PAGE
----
• Fired First Responders Now Responding to Emergencies in Jurisdictions that Fired Them

    Fired First Responders Now Responding to Emergencies in Jurisdictions that Fired Them

    It seems clear, many cops who submitted to the mRNA injection did so under vehement protest. And I know that many cops, and non-cops, who received the injection even voluntarily still have an enormous problem with the “let’s see your papers” mentality of this government overreach. 

    Former NYPD police officer and U.S. Secret Service Agent Dan Bongino, now an influential radio/TV talk show presence, is in that category. Because of some serious recent health issues, Bongino got the injection. Regardless, he’s pushing back against his employer’s “vaccine” mandate. The Epoch Times reported, Bongino told Cumulus Media, “You can have me or you can have the [vaccine] mandate. But you can’t have both of us.” 

    Now, because of the proof of injection mandates, he’s risking his multi-million-dollar contract for his principles. He won’t work for a corporation that would abuse his colleagues like this. Not in the United States of America.

    Tribute by Liberty Lake Police Department for Washington State Patrol troopers fired by Gov. Jay Inslee.

     

    Now, state, county, and city government leaders who are mandating employees turn over private medical records to remain employed have fired thousands of employees from various agencies. In Washington State, despite the best efforts of politicians to massage the numbers, troopers, officers, and deputies will tell you the termination toll on staffing is staggering.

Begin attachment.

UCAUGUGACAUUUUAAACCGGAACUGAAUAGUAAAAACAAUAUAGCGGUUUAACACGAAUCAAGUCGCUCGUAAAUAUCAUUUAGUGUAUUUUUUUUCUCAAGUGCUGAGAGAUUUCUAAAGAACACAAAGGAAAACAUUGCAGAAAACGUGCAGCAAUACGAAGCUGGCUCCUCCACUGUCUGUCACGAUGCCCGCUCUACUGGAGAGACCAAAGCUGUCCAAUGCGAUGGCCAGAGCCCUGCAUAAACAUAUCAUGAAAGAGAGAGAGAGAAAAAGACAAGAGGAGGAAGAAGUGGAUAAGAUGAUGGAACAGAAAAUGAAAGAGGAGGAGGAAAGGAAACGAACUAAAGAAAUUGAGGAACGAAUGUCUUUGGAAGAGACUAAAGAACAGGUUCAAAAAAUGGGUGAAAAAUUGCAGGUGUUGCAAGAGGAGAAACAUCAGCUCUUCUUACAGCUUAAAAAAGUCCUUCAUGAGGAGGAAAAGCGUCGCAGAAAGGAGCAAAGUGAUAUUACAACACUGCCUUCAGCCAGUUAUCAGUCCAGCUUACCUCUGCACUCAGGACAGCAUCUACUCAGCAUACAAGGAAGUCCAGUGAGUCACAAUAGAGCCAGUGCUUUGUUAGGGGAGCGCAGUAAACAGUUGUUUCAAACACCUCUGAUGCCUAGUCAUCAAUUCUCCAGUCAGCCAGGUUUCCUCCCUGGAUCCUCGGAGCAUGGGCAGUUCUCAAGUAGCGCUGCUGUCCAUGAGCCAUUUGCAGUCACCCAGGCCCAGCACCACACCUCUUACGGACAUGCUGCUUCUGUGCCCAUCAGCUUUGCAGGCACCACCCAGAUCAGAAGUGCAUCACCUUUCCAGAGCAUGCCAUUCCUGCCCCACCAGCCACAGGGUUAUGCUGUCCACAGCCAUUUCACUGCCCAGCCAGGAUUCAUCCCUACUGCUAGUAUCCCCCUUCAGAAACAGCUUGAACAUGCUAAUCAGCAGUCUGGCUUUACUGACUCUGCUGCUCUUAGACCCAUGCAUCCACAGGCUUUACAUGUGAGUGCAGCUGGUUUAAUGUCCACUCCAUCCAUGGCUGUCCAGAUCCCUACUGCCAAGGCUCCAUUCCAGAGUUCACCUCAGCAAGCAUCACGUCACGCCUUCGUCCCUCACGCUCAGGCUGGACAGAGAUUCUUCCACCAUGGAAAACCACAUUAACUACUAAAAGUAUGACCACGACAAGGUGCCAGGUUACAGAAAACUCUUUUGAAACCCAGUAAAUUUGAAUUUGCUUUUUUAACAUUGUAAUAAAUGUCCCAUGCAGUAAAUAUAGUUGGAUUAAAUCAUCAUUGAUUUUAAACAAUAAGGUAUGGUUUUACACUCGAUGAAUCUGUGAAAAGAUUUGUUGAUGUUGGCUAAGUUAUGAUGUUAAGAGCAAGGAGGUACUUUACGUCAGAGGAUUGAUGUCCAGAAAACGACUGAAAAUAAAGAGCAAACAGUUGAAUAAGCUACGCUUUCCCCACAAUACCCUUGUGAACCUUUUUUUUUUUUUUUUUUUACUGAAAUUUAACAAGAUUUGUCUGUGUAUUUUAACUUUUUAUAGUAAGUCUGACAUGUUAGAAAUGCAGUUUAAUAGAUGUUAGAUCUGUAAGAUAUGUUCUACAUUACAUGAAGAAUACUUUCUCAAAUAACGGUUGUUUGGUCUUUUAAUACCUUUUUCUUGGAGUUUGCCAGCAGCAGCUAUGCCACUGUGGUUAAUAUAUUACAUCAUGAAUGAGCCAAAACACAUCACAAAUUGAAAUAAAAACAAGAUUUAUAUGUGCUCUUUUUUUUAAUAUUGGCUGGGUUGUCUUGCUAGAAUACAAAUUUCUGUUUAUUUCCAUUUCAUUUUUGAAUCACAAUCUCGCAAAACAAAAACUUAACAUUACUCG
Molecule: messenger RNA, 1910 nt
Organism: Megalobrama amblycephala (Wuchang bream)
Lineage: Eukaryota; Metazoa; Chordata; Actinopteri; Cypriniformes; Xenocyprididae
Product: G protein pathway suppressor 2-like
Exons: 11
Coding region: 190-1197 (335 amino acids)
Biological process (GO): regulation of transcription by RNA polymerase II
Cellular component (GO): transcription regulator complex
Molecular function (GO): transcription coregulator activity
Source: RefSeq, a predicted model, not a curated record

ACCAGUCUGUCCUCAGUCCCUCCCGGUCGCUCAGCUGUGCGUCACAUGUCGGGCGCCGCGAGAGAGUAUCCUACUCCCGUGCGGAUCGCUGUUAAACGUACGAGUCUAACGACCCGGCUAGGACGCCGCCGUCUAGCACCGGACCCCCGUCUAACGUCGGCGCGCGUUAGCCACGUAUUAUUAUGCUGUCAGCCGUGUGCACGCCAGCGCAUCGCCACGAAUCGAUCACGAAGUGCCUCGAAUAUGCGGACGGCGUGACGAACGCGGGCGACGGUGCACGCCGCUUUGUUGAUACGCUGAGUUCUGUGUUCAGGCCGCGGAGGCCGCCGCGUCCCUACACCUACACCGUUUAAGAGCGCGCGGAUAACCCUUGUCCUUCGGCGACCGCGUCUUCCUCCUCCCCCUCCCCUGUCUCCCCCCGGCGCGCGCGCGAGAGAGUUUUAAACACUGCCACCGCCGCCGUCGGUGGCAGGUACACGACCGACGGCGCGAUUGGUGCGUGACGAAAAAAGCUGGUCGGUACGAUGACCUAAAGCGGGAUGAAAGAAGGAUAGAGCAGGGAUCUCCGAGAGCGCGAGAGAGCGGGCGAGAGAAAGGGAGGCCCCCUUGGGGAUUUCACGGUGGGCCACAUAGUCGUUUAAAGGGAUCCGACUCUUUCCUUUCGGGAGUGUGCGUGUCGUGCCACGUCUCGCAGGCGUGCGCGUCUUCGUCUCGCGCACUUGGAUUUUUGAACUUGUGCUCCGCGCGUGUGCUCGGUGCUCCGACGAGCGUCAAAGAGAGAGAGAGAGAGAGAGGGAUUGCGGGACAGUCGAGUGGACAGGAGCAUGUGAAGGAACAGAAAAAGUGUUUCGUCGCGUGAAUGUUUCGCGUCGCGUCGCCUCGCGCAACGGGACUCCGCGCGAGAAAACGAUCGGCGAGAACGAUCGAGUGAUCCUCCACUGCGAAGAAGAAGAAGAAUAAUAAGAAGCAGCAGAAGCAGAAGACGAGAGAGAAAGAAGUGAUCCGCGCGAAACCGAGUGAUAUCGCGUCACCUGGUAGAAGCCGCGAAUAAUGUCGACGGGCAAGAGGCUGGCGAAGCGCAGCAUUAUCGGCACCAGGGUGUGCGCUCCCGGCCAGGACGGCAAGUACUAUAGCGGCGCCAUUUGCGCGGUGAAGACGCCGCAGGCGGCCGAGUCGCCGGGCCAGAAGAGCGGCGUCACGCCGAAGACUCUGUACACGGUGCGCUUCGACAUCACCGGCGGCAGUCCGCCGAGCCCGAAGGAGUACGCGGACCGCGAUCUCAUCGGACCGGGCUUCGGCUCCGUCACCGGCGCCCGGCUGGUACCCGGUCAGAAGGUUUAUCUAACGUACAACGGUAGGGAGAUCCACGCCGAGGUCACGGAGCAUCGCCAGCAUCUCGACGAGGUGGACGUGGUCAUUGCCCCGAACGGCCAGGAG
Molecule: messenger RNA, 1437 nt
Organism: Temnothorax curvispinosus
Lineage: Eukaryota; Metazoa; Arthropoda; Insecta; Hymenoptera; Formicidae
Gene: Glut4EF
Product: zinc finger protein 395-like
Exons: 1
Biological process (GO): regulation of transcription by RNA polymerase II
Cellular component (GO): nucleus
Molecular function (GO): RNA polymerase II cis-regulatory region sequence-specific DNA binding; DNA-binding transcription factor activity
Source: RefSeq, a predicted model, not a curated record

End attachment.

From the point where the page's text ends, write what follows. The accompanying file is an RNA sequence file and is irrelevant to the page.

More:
There is no doubt it will impact public safety. Criminals will hurt, kill, and take other peoples’ stuff who would not have if not for these irresponsible decisions to force cops out of their jobs. Is this an effort to purge the resistant so they can bring in the compliant? It’s hard to argue it’s not.

    This American Crisis has brought some thoughts to mind: Thomas Paine’s views on “sunshine patriots,” Sam Adams comments about those who refuse to defend liberty, and, oddly enough, mutual aid contracts. 

    These notions may seem disjointed but bear with me. Paine’s words leaped to mind when I considered the sacrifices of my bothers/sisters behind the badge who stood up for the importance of conscience against this health crisis exploitation by radical leftist, anti-police politicians. 

    Thomas Paine, in The American Crisis, famously wrote, “THESE are the times that try men’s souls. The summer soldier and the sunshine patriot will, in this crisis, shrink from the service of their country; but he that stands it now deserves the love and thanks of man and woman. Tyranny, like hell, is not easily conquered; yet we have this consolation with us, that the harder the conflict, the more glorious the triumph.” 

    And, equally famous, these words from Samuel Adams:

    “If ye love wealth better than liberty, the tranquility of servitude better than the animating contest of freedom, go home from us in peace.

     “We ask not your counsels or your arms. Crouch down and lick the hands which feed you.

     “May your chains set lightly upon you, and may posterity forget that you were our countrymen.” 

    Now, these men wrote or said these words to inspire people during a bloody revolution to gain a nation’s independence. They may not suit the current situation in America to a T (then again, they may). However, America may not be engaged in a bloody conflict, nevertheless, there have been too many casualties.